But truth enthroned requires the constant study and discussion of Scripture, and a bringing to the fore those concepts that are held, or exegeses of Scripture that are made, to be subjected to the crucible of controversy as to whether or not they are correct. It is not by the vote of any tribunal or political massaging, that agreement is reached, but by a mutual appreciation of truth and those who esteem it. Certainly there is a need for much patience in this process, and in attitudes toward one another, but the emphasis is altogether on the truth, and not on the diversities — unity of the faith! That is the cry. 

We are obligated to speak only “as the oracles of God” (1 Pet. 4:11). Do not deliver your opinion and then smile, and say, “Diversity . . . everyone has the right to his own opinion and we’ll still be united anyway.” No! We seek no unity at the expense of truth, or that enthrones opinions. We seek truth. And in the process of peaceably and courteously addressing and discussing whatever issues and concepts have arisen and challenged our unity, we must trust the truth to produce the unity we need. 

In no instance are we justified in lowering the bar because we want to accommodate some prominent brother with a glaring and galling false doctrine. In no instance are we justified in moving the ancient landmarks to accommodate an ecumenical spirit. 

The Seduction of Unity in Diversity

Brethren Colly Caldwell and Ferrell Jenkins are to be commended for the personal belief they have expressed as to the days of creation in Genesis one being literal days. But I fear that they have unwittingly been seduced by the unity in diversity philosophy. 

I say “unwittingly” because (1) brother Colly says that neither he nor those closely associated with him at the school believe in unity-in-diversity. I do not for a moment question his integrity. This is, I am confident, the way he feels. And yet, (2) he has been and is fully aware of the error on the days of creation that was promoted at a lectureship and that is advocated in the school’s classrooms. (3) He believes it should be allowed, has made it possible, and has not said a word in repudiating it or taken a step to disallow it, notwithstanding its perverting of fundamental and basic truth, and its contrariness to his own belief. (4) This is the practice of unity-in-diversity  — it may be unwittingly done, but nonetheless, that’s what it is. (5)  Brother Jenkins’ speech actually called for “tolerance” for this view. His pacificism and rationale are exactly the same as Ed Harrell’s.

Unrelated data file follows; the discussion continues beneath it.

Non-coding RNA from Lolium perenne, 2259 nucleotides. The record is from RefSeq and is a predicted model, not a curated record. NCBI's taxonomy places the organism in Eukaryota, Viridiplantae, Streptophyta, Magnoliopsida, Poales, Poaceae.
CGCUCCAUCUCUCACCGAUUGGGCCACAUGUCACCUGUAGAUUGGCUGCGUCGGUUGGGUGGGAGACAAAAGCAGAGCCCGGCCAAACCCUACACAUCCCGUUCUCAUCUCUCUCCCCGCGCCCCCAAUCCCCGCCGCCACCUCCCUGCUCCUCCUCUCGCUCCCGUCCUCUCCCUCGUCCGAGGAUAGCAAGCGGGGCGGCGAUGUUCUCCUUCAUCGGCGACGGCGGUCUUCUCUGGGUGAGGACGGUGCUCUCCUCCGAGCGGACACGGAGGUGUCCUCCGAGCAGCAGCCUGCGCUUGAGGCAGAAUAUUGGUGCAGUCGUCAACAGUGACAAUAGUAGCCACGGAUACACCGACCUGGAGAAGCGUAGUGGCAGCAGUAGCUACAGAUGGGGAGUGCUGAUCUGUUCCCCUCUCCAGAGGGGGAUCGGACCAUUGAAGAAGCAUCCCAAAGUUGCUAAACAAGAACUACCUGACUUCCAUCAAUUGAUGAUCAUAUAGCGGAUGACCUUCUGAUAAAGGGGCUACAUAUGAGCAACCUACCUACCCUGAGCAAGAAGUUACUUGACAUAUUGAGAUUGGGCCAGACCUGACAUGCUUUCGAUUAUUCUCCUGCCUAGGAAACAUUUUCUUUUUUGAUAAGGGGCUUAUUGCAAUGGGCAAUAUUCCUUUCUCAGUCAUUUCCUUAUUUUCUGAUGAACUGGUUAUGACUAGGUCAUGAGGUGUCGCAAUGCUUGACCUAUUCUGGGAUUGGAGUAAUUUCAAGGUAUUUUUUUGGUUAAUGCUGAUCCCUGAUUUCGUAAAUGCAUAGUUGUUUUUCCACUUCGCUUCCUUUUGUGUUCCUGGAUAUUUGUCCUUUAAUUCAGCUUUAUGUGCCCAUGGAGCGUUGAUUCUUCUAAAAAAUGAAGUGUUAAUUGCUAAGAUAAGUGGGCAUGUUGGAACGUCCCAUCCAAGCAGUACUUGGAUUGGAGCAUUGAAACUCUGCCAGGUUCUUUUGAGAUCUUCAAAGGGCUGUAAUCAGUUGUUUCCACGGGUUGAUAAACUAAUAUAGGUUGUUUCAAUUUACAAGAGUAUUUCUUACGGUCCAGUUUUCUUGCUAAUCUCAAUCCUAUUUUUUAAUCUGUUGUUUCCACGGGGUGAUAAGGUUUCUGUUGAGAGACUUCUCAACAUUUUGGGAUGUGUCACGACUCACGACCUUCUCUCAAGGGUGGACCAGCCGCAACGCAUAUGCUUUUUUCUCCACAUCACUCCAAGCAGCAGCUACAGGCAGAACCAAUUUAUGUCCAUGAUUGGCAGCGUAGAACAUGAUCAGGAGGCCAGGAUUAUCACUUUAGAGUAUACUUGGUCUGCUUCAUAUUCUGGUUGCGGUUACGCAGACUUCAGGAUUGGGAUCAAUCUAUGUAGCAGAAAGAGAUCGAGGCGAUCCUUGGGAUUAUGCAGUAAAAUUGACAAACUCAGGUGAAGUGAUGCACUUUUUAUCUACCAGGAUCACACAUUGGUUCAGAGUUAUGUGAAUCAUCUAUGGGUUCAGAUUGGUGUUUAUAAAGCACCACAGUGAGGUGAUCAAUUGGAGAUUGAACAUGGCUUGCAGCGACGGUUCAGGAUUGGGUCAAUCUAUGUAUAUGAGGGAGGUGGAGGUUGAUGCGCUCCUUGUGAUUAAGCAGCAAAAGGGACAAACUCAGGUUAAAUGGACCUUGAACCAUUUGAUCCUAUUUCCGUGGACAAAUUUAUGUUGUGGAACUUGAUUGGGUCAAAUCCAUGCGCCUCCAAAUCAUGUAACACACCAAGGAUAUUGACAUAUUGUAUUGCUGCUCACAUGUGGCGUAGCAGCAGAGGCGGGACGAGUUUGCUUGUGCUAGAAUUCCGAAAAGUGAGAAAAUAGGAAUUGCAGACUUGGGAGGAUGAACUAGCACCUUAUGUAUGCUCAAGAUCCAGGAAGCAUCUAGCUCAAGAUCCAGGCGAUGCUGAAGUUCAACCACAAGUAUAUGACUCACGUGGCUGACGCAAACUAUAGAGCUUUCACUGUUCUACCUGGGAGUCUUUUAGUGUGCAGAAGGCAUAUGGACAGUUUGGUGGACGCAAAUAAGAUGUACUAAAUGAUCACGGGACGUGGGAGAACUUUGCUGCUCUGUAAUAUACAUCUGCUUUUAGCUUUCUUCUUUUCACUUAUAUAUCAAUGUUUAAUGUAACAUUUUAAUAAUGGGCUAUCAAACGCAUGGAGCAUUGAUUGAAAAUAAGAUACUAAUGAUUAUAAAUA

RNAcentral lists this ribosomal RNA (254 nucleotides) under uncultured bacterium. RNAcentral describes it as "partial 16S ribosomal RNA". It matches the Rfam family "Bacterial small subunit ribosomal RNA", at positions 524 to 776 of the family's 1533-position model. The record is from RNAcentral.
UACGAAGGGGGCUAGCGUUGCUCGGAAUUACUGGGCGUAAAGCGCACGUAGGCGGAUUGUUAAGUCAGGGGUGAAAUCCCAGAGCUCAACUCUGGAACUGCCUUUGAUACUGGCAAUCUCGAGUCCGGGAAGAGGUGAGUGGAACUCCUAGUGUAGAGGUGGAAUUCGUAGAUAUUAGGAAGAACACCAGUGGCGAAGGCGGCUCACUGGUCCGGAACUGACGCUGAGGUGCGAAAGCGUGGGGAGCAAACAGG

“Unity-in-diversity” has done its work, and I repeat the fear that we are witnessing the seduction of good men and a good school by this philosophy. 

A Word of Encouragement

The political massaging of a situation and lining up of support will not meet the real needs of this or any other hour. This is not to say we should not use the best judgment of which we are capable. And we should indeed work to moderate feelings and to encourage kindness and brotherly affections and patience toward one another. 
But all of that being said, the need is to break the seductive power of ecumenism and to enthrone divine truth in its proper place. And then, having enthroned it, to not speak of divine truth as a “personal” view while giving error a pass, but rather to “contend earnestly for the faith.” 

Let us, with exceeding kindness toward one another personally, but with staunch convictions as to truth, address the issues at hand with the confidence that there is a truth, it can be understood and agreed upon, and that it is therein that unity can and must be found. Nothing — absolutely nothing — can take the place of truth. Unity is precious, but truth is supreme, and unity of the faith is its sublime fruit.     

2455 North Courtenay Pky., Merritt Island, Florida 32953 JereFrost@aol.com

Truth Magazine Vol. XLIV: 18  p6  September 21, 2000